Women and Retirement
According to the survey, 58 percent of women feel worried about their retirement and 61 percent feel uncertain. Lynne says those figures make sense because women not only often outlive their partners, they also tend to take breaks from the workplace and earn less overall.
Lynne offers advice she says women of all ages can use to get on track with a retirement plan:
- Get your arms around your money. In order to successfully save, Lynne says you really need to understand the monthly dynamics of your financial inflow and outflow. She says you should write down every dollar you spend for a month.
- Break it down. The goal of saving for retirement can be a tough thing to tackle, but Lynne says you can make it easier on yourself by scaling down to smaller, attainable goals.
- Put your savings on autopilot. Aim to contribute at least 10 percent of your annual income automatically into a savings account. Lynne says you should sock away even more if you can swing it.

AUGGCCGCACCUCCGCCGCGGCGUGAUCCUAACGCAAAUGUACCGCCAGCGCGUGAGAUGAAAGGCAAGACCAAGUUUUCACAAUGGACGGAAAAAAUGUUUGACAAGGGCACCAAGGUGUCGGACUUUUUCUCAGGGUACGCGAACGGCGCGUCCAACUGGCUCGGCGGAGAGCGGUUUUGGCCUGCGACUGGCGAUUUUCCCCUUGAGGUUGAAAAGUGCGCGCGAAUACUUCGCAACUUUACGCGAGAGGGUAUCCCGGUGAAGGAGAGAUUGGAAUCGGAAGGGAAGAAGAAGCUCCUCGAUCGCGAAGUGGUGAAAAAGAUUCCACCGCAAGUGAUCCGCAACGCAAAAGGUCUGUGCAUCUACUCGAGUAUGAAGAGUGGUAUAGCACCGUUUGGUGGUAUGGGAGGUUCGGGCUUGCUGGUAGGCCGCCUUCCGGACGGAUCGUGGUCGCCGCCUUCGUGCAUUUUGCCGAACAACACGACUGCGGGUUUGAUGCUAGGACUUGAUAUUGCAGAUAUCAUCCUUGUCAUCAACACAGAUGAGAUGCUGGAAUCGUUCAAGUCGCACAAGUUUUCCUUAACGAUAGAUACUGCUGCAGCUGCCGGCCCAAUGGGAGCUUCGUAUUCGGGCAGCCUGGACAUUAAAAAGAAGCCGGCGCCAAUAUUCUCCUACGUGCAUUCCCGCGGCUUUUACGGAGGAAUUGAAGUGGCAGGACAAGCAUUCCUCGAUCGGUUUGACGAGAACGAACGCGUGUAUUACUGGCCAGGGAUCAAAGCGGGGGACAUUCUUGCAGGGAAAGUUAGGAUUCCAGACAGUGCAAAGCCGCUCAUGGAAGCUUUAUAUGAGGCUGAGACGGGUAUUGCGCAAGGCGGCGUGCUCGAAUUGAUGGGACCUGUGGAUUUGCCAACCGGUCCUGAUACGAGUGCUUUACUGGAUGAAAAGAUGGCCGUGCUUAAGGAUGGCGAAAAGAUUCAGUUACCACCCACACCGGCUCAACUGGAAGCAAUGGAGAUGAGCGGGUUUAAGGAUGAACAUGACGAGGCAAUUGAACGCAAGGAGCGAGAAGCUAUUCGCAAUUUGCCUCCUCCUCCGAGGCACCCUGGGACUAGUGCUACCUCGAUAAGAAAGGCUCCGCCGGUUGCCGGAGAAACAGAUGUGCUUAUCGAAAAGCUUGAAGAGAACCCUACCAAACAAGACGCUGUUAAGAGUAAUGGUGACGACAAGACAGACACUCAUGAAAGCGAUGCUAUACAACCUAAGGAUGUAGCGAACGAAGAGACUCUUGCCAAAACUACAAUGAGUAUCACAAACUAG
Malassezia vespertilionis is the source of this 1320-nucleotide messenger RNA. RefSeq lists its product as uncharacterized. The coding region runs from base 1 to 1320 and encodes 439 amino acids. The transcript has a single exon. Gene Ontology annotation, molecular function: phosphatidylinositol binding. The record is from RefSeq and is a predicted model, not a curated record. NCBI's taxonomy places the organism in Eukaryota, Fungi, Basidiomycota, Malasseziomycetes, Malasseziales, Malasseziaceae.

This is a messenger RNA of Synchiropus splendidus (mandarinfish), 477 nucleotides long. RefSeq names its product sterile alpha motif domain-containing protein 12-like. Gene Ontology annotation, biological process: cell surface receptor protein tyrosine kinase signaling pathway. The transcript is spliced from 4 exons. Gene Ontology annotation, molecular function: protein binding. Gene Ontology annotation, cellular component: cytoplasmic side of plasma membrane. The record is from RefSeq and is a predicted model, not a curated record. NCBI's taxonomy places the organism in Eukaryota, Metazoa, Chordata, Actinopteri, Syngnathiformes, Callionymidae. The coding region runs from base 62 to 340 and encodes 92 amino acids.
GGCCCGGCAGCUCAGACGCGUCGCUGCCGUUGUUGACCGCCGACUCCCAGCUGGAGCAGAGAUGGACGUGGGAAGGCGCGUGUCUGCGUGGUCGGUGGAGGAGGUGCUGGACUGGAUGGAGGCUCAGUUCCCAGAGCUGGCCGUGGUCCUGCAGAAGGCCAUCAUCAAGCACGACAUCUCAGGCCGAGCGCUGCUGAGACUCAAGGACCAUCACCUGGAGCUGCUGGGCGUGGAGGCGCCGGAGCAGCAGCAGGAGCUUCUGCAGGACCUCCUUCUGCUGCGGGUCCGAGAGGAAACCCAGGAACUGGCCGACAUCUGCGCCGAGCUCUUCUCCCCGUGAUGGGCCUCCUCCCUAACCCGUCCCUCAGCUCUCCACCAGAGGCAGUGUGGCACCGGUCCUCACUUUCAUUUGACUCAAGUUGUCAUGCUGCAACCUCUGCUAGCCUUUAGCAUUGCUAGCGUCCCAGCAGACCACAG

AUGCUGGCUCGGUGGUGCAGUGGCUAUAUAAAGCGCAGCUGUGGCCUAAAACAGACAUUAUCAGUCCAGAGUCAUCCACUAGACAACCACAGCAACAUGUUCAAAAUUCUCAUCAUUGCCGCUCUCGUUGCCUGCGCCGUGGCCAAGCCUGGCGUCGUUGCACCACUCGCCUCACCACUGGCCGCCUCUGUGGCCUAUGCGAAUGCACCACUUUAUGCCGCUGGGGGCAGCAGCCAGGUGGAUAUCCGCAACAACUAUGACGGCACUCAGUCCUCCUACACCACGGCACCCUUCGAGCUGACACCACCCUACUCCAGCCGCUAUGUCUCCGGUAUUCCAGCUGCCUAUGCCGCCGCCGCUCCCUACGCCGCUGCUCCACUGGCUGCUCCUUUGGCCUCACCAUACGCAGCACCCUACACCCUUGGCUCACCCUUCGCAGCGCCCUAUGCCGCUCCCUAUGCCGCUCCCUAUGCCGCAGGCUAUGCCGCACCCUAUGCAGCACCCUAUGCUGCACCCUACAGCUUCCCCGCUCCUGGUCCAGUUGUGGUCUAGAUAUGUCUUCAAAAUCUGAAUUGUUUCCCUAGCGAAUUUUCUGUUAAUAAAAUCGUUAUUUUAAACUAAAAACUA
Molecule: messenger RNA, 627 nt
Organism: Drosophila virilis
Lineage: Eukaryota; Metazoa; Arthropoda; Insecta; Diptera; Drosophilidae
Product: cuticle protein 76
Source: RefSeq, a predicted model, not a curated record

- Stay ahead of yourself. Lynne says the last thing you need is a 30-year mortgage at the age of 50. Using home equity to pay for things like your child's college tuition, a new car or a vacation is a big no-no, she says. You want to minimize the bills coming your way during retirement, not extend them.
- Utilize the resources available to you. There are great financial planners out there who Lynne says can help you navigate the process. She also says there are tools on the Web that you can use to help you get on top of your retirement plan.